The shock of going down to Bayern by 4 goals last Wednesday is a loss that many Gooners are still trying to come to terms. None of this grieving is helped by the sensationalist mainstream media and the army of trolls from other clubs who are doing their best to pour scorn and contempt on The Arsenal.
Using the voice of famous club legends, the BBC did its best to convince fans a bigger loss was imminent. They quoted Martin Keown as telling BT Sport:
“Arsene must be considering his future now.”
And ex-Arsenal defender Lee Dixon became a mind reader overnight:
“That is the first time where I’ve seen him where I’ve thought, ‘he thinks it’s time’. The fact that he hasn’t been able to get a response from the players in the last few weeks might be the final straw.”
They reported that Ian Wright posted his frustrations on social media and declared he was “not watching anymore”. That was before resorting to one the usual tricks of the mainstream media, i.e. giving credibility to a piece of fake news. They repeated a totally debunked story from prior week, when Wright reported Wenger did not expect to stay on next season. Wenger himself denied making any such disclosure.
Just in case you weren’t convinced, a quotation from Bob Wilson while on BBC Radio was added to the mix:
“I wouldn’t be at all surprised that Arsene now, with the amount of headlines that are coming his way, will look at that and say ‘two decades’.
As for the print media, the Times’ chief football writer Henry Winter described the Gunners as a “laughing stock”, adding that he felt Wenger’s best days are behind him.
“He has lost his leadership skills, there’s no invincible streak in him any more”
Among trolls from opposition teams, former Manchester United defender Rio Ferdinand said Arsenal showed no fight or aggression.
“They looked spineless,”
“You want to see fire in their belly and that’s the most disheartening thing for me.”
By the way don’t remind Ferdinand that United did not qualify for this year’s Champions League and in the past his club has tasted some heavy defeats. Losing 1-0 to the mighty Lille, 3-1 to Gothenburg, 0-4 to Barca all in the group stages match, and 30 years before that went down 0-5 to Sporting Lisbon in a UEFA Cup Winners’ Cup quarter-final second leg on March 18, 1964. Facts can be very harsh especially to a blowhard with no historical perspective.
Former Chelsea winger Pat Nevin, whose ex-clubs did not even qualify for participation in the Europa league this year and never played a single game in the competition, is now an expert on the Champions League:
“It’s exactly the same in the Champions League and it’s a real shame, it just feels very close to the end. I’ve never said it before about Arsene but it does feel that way now.”
As readers of my data-driven blogs are aware, none of this over-reaction by the media and by our fans is surprising. As I have shared from the literature on investor psychology this is typical of media and public attitude to the stock market. The media had a commercial interest in hyping Arsenal’s prospects before the game. From what I read and saw, Bayern v Arsenal was going to be the biggest sporting event on the day’s calendar. From my little knowledge of the English media it would have been the lead story in every newspaper and endlessly promoted by BT Sport who were televising the game. Millions of pounds of advertising revenue and media tie-in were on the line especially if Arsenal was to come out of Bavaria with fighting chance to win the return leg.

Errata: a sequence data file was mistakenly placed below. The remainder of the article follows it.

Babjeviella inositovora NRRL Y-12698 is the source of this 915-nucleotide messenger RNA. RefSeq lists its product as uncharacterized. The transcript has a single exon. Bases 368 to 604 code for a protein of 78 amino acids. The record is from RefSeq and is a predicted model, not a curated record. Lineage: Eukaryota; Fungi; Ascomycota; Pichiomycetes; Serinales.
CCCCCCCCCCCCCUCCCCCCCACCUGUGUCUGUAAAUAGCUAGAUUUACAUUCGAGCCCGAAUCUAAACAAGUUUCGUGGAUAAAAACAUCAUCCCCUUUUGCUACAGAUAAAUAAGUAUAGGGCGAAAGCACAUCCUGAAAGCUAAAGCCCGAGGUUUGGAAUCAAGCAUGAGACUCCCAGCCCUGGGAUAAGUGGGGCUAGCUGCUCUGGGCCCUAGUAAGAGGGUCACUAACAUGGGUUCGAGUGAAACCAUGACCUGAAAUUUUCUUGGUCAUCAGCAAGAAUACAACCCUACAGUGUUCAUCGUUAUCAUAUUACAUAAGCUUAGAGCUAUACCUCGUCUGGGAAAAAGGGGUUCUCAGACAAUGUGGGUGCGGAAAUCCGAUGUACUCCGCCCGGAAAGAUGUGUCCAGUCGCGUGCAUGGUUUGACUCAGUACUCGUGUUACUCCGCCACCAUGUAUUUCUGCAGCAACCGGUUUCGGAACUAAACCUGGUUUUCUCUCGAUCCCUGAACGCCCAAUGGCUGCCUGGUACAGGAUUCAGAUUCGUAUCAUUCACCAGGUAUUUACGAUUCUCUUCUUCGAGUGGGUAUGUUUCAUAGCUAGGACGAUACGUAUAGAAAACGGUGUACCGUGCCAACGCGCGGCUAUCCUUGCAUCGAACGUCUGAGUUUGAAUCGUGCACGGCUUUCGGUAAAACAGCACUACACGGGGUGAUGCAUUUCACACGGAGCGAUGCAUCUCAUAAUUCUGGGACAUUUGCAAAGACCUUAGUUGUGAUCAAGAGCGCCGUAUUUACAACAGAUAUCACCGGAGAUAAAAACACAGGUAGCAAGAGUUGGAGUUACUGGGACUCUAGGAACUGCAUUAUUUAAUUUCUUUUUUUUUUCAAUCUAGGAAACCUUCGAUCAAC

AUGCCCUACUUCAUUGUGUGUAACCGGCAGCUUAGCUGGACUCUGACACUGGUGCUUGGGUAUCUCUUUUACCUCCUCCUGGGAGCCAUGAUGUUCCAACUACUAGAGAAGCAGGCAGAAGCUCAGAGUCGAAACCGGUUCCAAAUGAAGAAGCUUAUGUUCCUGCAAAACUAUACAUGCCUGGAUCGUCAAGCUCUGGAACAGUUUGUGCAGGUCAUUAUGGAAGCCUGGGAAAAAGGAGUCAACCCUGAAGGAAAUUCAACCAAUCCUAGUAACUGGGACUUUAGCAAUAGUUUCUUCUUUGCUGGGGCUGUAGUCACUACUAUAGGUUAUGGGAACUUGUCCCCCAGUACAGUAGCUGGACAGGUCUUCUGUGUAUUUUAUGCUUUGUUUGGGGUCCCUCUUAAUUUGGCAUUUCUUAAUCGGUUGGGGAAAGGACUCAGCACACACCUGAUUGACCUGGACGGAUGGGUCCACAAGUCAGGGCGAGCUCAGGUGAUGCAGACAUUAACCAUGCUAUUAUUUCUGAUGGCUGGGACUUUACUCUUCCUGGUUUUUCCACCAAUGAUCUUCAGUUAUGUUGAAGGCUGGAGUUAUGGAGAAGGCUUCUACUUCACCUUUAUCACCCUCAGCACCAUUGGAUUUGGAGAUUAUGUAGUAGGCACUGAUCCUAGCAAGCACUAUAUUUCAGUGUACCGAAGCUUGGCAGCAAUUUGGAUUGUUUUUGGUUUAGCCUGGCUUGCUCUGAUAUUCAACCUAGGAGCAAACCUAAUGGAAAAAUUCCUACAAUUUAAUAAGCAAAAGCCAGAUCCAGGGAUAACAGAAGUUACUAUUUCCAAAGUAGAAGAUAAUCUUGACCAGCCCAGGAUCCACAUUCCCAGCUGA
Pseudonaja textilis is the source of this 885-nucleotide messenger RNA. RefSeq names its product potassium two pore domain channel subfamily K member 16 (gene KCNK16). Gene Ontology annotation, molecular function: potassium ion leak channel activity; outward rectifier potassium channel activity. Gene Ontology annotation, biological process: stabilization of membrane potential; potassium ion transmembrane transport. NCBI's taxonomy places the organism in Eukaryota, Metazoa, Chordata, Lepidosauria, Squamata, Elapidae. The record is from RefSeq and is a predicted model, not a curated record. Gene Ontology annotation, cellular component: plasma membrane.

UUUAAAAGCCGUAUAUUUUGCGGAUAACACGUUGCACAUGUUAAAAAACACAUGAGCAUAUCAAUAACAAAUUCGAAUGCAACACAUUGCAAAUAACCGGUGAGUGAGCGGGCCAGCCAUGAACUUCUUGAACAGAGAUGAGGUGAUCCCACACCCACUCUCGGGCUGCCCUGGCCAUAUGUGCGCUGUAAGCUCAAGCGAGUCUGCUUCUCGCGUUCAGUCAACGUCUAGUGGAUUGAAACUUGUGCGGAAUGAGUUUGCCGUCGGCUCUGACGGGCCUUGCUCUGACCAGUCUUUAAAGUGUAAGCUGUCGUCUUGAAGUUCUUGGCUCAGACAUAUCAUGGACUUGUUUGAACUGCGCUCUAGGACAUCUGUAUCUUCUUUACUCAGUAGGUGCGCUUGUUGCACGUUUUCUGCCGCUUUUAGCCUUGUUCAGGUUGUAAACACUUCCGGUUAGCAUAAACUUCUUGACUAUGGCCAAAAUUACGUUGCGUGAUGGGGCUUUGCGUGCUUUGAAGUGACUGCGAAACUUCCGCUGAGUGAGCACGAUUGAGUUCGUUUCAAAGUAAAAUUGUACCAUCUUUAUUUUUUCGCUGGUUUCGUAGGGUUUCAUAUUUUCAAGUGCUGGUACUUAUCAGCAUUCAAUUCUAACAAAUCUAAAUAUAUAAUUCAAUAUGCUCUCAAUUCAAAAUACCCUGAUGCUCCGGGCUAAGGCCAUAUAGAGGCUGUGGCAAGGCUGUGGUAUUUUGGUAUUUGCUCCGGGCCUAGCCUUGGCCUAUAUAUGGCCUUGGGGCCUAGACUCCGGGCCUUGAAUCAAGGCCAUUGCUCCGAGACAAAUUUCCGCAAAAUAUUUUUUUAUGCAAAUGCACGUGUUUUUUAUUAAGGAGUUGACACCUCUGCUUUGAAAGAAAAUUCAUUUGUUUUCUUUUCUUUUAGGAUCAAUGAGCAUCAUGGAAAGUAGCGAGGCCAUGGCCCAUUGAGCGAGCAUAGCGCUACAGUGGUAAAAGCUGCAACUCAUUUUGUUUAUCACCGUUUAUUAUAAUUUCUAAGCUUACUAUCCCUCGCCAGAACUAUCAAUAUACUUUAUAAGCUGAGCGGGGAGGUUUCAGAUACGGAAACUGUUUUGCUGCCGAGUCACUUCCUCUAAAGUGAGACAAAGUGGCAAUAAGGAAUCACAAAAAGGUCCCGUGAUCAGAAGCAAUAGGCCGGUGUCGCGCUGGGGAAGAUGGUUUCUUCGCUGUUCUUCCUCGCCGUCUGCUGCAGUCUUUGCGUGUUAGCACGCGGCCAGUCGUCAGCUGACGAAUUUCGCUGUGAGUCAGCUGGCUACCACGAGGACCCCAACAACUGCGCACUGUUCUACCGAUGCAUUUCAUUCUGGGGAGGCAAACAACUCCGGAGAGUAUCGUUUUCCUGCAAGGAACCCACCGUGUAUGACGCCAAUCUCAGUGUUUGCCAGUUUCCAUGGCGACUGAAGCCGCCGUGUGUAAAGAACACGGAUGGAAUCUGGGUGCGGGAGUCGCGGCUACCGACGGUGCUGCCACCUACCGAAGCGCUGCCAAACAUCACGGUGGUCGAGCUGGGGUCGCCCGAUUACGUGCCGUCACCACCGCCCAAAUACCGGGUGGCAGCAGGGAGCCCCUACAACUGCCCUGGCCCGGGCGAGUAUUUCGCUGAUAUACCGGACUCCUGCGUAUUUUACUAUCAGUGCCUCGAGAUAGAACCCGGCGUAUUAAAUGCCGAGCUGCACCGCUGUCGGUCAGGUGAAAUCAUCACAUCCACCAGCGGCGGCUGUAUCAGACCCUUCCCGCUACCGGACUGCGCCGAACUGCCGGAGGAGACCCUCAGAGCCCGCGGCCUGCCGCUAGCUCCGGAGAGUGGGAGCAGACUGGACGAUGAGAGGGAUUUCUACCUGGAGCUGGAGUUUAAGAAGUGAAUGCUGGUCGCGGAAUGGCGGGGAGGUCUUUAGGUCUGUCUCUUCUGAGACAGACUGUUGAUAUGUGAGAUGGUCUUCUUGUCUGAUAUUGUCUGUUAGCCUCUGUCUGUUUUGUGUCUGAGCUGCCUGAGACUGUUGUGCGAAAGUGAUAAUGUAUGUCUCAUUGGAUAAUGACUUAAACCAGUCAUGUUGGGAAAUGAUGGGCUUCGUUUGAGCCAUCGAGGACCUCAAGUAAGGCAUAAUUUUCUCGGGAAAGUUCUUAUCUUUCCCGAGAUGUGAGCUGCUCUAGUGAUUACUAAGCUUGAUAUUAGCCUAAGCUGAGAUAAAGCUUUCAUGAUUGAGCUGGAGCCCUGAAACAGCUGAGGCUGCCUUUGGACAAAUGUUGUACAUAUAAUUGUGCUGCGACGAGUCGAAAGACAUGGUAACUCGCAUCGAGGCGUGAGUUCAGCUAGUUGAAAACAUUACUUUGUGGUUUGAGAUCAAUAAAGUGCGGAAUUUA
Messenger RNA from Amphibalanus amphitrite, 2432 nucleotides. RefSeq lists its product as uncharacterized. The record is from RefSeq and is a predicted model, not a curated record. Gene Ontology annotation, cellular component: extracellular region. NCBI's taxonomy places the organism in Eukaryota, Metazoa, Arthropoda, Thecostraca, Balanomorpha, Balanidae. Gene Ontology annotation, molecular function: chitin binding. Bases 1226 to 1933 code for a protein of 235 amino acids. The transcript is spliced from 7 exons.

Arsenal not only losing but losing heavily would inevitably result in an equal and opposite reaction to the pre-game hype. (Newton’s laws of motion remain as applicable as ever.) No wonder Mr. Winter of the Times resorted to hyperbole and blaming Wenger for losing to superior team. Afterall his sensationalism will not only sell papers but give further credence to his anti-Wenger screeds. Apparently he recently had a tete-a-tete with Gary Neville who called out a WOB with a ‘Enough Is Enough, Time To Go’ placard at the Chelsea game. Neville commented:
“He’s an idiot that guy.”
“Arsene Wenger doesn’t deserve that, obviously the Arsenal fans are disappointed, but to pre-empt by bringing a banner into the ground, it’s a joke.
“Remember, the consistency of finishing in the top four might not be acceptable for Arsenal fans, but the alternative might be that you finish below those positions.”
To be honest, Gary sounded like almost any of us at PA. In reply, Winter, who I must stress is now the head football man at the Times, in one of his columns responded that Neville:
“badly misread the mood of huge sections of the Arsenal support and, also, arrogantly dismissed their right to protest.”